At PanoSec we make products that take the headache out of GDPR to make it easier for you to become compliant.
Microsoft Excel & Google Sheets is used by everyone, everywhere for a multitude of tasks, from use as a simple calculator to a tracker for large projects.
We found, however, that within the GDPR compliance sector there was not an Excel workbook / Google Sheet that could be used as a full capacity tool to complete the process, so we decided to create it!
The end result is a complete GDPR compliance checklist which includes templates to use for policies, notifications and processes, ultimately, it is the complete DIY tool for GDPR.
The Data Protection Act 1998 is an Act of the Parliament of the United Kingdom that regulates the processing of personal data. The Act regulates how data can be used and how it should be stored.
The Data Protection Act 2018 has been designed to provide a clearer and more up-to-date set of rules for organisations to follow when processing personal data.The new legislation brings together the current data protection framework, which was made up of sector-specific legislation that has been in place since 1998, with some updates and changes.
The Record of Processing Activities serves to enable an organisation to have a clear picture, internally, of processing activities as well as providing evidence to authorities as how to data is being used.
Under Article 35(1) of the GDPR companies and organisations are required to conduct a Data Protection Impact Assessment where their processing activities are likely to result in high risk to the rights and freedoms of data subjects. The DPIA should be done BEFORE processing begins, in line with the principles of data processing by design and default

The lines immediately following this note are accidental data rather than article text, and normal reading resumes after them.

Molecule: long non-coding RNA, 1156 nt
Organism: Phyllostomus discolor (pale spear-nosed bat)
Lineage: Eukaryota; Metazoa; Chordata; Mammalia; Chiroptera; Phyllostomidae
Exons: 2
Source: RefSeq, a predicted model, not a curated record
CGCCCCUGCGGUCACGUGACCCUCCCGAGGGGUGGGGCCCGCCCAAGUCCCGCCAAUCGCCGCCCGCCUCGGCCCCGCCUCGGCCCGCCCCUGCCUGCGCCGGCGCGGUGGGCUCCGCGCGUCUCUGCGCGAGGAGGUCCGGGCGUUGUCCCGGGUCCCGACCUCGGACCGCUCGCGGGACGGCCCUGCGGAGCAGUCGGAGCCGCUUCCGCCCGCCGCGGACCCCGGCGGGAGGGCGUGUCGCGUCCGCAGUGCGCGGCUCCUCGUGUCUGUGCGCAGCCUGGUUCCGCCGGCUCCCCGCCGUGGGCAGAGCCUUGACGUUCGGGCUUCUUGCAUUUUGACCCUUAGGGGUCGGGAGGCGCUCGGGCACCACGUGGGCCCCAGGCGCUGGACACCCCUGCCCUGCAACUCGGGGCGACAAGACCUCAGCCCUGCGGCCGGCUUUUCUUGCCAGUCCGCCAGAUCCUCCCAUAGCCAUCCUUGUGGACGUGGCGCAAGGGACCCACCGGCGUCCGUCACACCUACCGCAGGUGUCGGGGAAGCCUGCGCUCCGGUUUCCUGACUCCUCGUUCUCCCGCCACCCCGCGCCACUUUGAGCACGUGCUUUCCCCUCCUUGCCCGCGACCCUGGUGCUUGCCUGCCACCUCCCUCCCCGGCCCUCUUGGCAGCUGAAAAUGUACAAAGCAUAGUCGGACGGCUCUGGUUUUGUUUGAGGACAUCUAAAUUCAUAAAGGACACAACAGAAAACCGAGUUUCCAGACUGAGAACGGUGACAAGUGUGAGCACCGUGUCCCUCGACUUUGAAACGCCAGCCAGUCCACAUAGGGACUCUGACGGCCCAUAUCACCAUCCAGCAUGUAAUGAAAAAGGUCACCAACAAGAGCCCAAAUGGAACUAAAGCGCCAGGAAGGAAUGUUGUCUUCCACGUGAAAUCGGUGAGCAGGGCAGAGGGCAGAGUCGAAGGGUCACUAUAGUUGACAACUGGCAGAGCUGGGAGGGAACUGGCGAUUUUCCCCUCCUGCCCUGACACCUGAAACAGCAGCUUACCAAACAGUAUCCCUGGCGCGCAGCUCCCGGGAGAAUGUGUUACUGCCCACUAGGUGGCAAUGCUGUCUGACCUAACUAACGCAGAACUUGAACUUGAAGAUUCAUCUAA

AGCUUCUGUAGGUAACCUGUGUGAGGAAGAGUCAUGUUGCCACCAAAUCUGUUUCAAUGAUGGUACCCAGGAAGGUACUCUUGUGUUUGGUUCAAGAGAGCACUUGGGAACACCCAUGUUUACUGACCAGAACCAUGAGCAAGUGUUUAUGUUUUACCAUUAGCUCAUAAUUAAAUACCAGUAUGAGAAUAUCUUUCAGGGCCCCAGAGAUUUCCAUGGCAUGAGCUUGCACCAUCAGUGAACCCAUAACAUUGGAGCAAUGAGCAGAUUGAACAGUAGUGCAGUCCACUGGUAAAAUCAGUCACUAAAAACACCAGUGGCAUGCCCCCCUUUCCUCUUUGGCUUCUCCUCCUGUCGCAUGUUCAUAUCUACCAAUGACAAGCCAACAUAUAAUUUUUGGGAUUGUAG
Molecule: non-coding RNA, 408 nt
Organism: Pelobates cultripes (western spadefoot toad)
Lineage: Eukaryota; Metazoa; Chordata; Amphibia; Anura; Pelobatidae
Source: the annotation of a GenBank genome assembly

Almost three years into the GDPR, companies, by now, understand they have to be GDPR compliant but they don’t always know that if they are a Non-EU company falling under the scope of GDPR, that does not have an enterprise in the EU, they will probably need an EU representative to be in place, as provided by Article 27.
A temporary solution has been agreed between the UK and EU to allow data flows to continue for a period of up to six months following the United Kingdom’s departure. Data transfer arrangements currently in place will continue for this defined period while it is being decided whether the UK will be given ‘adequacy’ status.